# Use Compile to improve performance

I've recently discovered Compile as a way to optimize my code. I wrote a program to learn something new about Compile. I have a function that creates a vector in the following form:

{g[[v]],g[[w]],g[[v]]a + (1-a)g[[w]],g[[w]]a + (1-a)g[[v]]}


where g is a $n \times m$ global matrix and v and w are two numbers from user and a is a uniform random number between 0 and 1. Below is the non-compiled function:

g1[v_, w_] := Module[{a = Random[]},
{g[[v]],g[[w]],g[[v]]a + (1-a)g[[w]],g[[w]]a + (1-a)g[[v]]}];


And its timing:

Do[g1[1, 2], {10000}] // AbsoluteTiming
{0.605403, Null}


And this is the compiled version:

g2 = With[ {buff = g, a = Random[]},
Compile[ {{v, _Integer }, {w, _Integer}},
buff[[v]] # + (1 - #) buff[[w]] & /@ {1, 0, a, 1-a},
CompilationTarget -> "C", Parallelization -> True]]


And its timing:

Do[g2[1, 2], {10000}] // AbsoluteTiming
{0.140093, Null}


The compiled function is about 4x faster than the non-compiled one; is there any way to do this even faster?

• Something is wrong here. You use the symbol g for both, the global matrix and a function g[v_,w_]? This doesn't work. Haven't you seen all the error messages that appear when you evaluation your example? Can you please provide a complete, working example for uncompiled code? Commented Aug 17, 2015 at 21:26
• Yes! I confused the names, now it works fine but i need more speed... Can i edit my wrong question or add a new question and cancel this one? Commented Aug 17, 2015 at 21:51
• Yes, edit your question please. You see an edit button directly under the question. You could re-use some of the text-parts and only correct the code. Commented Aug 17, 2015 at 21:52
• Your functions are not the same either. Though that may not affect performance. The last two entries of your vector are going to be different depending on which version you call. You should be mapping onto {1,0,a,(1-a)} in the compiled function. Commented Aug 17, 2015 at 22:17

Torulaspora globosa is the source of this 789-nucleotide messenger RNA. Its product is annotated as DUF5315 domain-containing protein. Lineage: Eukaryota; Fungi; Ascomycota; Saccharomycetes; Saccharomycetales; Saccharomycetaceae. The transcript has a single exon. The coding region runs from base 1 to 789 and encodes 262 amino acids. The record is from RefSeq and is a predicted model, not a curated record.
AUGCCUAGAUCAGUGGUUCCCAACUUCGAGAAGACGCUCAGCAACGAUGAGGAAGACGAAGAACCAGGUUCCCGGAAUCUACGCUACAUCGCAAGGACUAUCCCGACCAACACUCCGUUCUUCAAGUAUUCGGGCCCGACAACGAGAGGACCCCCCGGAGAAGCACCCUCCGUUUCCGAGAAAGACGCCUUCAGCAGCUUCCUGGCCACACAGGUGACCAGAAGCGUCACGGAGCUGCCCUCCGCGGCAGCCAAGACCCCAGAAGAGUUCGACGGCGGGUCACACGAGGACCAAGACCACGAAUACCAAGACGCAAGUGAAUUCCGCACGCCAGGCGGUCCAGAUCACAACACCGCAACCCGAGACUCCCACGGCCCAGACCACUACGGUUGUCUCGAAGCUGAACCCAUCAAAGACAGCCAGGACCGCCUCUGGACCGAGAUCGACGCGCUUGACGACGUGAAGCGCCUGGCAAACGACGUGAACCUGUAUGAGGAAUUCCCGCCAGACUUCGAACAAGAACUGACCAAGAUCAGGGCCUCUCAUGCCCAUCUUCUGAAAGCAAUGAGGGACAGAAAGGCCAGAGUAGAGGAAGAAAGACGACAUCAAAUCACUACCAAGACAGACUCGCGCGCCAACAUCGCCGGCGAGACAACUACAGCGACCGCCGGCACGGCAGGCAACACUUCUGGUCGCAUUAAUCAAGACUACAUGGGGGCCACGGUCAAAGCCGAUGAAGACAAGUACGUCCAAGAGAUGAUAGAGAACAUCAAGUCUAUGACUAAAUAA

• Yes, you're right! Now i edit my question! Thanks a lot! Commented Aug 17, 2015 at 22:32

First off, your function is very simple without any hard number-crunching, so it will always be hard to get a large speedup for the compiled version. Secondly, your Parallelization option for Compile is useless because it doesn't do any parallelization this way.

Let me give slightly changed versions of your examples and explain how you can achieve a large impact on the speed. I'm using random integers in my example because results are easier to read this way.

g = RandomInteger[10, {5, 5}];
g1[v_, w_] :=
Module[{a = 2}, {g[[v]], g[[w]], g[[v]] a + (1 - a) g[[w]],
g[[w]] a + (1 - a) g[[v]]}];


Nothing changed so far instead of a=2 and g being an integer matrix.

g2 = With[{buff = g, a = 2},
Compile[{{v, _Integer, 0}, {w, _Integer, 0}},
buff[[v]] # + (1 - #) buff[[w]] & /@ {1, 0, a, (1 - a)},
CompilationTarget -> "C",
Parallelization -> True,
RuntimeAttributes -> {Listable},
RuntimeOptions -> "Speed"
]
]


Look carefully at the given options for Compile because this is how you set up a compiled function that runs in parallel when supplied with list arguments. I'll come to this later. First, the pure speed comparison for your Do loop that calls g1 and g2 over and over again, but always one after another and not in parallel.

Names["GeneralUtilities*"];
Do[g1[1, 2], {10000}] // AccurateTiming
Do[g2[1, 2], {10000}] // AccurateTiming
(* 0.140652 *)
(* 0.0199426 *)


This is almost 7x faster which might be caused by the "Speed" option I gave.

Now it's getting a bit harder because we want to use the parallelization. It works as follows: For a function set-up as Listable as I did, you can give list arguments. One example would be to write Sqrt[{1,2,3} instead of {Sqrt[1], Sqrt[2], Sqrt[3]}. This is exactly how your g2 can be used now and the awesome part is, that all those calls are indeed computed in parallel.

Therefore, instead of g2[1,4] and g2[2,5] you should call

g[{1, 2}, {4, 5}]


You can check that the results will be the same

{g2[1, 4], g2[2, 5]} == g2[{1, 2}, {4, 5}]
(* True *)


Now let's say you want to compute g2 for all possible tuples {1,1}, {1,2}, ..., {2,1}, .... That would indeed make a vast difference in speed. Let us create all possible tuples and prepare them and then compute g1 and g2 for all possibilities and repeat this say 100 times. That leads to